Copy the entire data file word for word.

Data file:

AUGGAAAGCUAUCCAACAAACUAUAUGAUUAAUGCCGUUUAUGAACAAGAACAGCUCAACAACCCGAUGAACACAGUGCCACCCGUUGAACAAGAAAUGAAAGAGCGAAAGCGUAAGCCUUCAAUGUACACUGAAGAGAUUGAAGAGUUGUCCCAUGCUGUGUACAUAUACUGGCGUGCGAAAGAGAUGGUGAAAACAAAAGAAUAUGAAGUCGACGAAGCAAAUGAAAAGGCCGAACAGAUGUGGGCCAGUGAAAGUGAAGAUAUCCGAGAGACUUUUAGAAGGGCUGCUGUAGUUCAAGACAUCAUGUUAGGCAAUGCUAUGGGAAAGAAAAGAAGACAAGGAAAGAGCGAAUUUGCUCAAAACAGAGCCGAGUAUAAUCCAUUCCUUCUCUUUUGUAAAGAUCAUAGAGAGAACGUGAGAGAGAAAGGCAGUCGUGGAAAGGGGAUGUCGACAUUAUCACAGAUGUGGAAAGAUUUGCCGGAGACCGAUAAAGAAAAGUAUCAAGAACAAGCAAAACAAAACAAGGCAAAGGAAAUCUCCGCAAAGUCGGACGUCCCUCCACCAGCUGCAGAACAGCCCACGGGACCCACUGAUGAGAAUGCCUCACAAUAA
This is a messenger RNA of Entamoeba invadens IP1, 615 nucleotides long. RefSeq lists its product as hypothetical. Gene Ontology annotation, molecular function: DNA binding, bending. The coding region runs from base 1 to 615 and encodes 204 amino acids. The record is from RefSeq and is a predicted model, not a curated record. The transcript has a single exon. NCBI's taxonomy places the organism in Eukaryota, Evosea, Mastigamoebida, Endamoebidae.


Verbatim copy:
AUGGAAAGCUAUCCAACAAACUAUAUGAUUAAUGCCGUUUAUGAACAAGAACAGCUCAACAACCCGAUGAACACAGUGCCACCCGUUGAACAAGAAAUGAAAGAGCGAAAGCGUAAGCCUUCAAUGUACACUGAAGAGAUUGAAGAGUUGUCCCAUGCUGUGUACAUAUACUGGCGUGCGAAAGAGAUGGUGAAAACAAAAGAAUAUGAAGUCGACGAAGCAAAUGAAAAGGCCGAACAGAUGUGGGCCAGUGAAAGUGAAGAUAUCCGAGAGACUUUUAGAAGGGCUGCUGUAGUUCAAGACAUCAUGUUAGGCAAUGCUAUGGGAAAGAAAAGAAGACAAGGAAAGAGCGAAUUUGCUCAAAACAGAGCCGAGUAUAAUCCAUUCCUUCUCUUUUGUAAAGAUCAUAGAGAGAACGUGAGAGAGAAAGGCAGUCGUGGAAAGGGGAUGUCGACAUUAUCACAGAUGUGGAAAGAUUUGCCGGAGACCGAUAAAGAAAAGUAUCAAGAACAAGCAAAACAAAACAAGGCAAAGGAAAUCUCCGCAAAGUCGGACGUCCCUCCACCAGCUGCAGAACAGCCCACGGGACCCACUGAUGAGAAUGCCUCACAAUAA
This is a messenger RNA of Entamoeba invadens IP1, 615 nucleotides long. RefSeq lists its product as hypothetical. Gene Ontology annotation, molecular function: DNA binding, bending. The coding region runs from base 1 to 615 and encodes 204 amino acids. The record is from RefSeq and is a predicted model, not a curated record. The transcript has a single exon. NCBI's taxonomy places the organism in Eukaryota, Evosea, Mastigamoebida, Endamoebidae.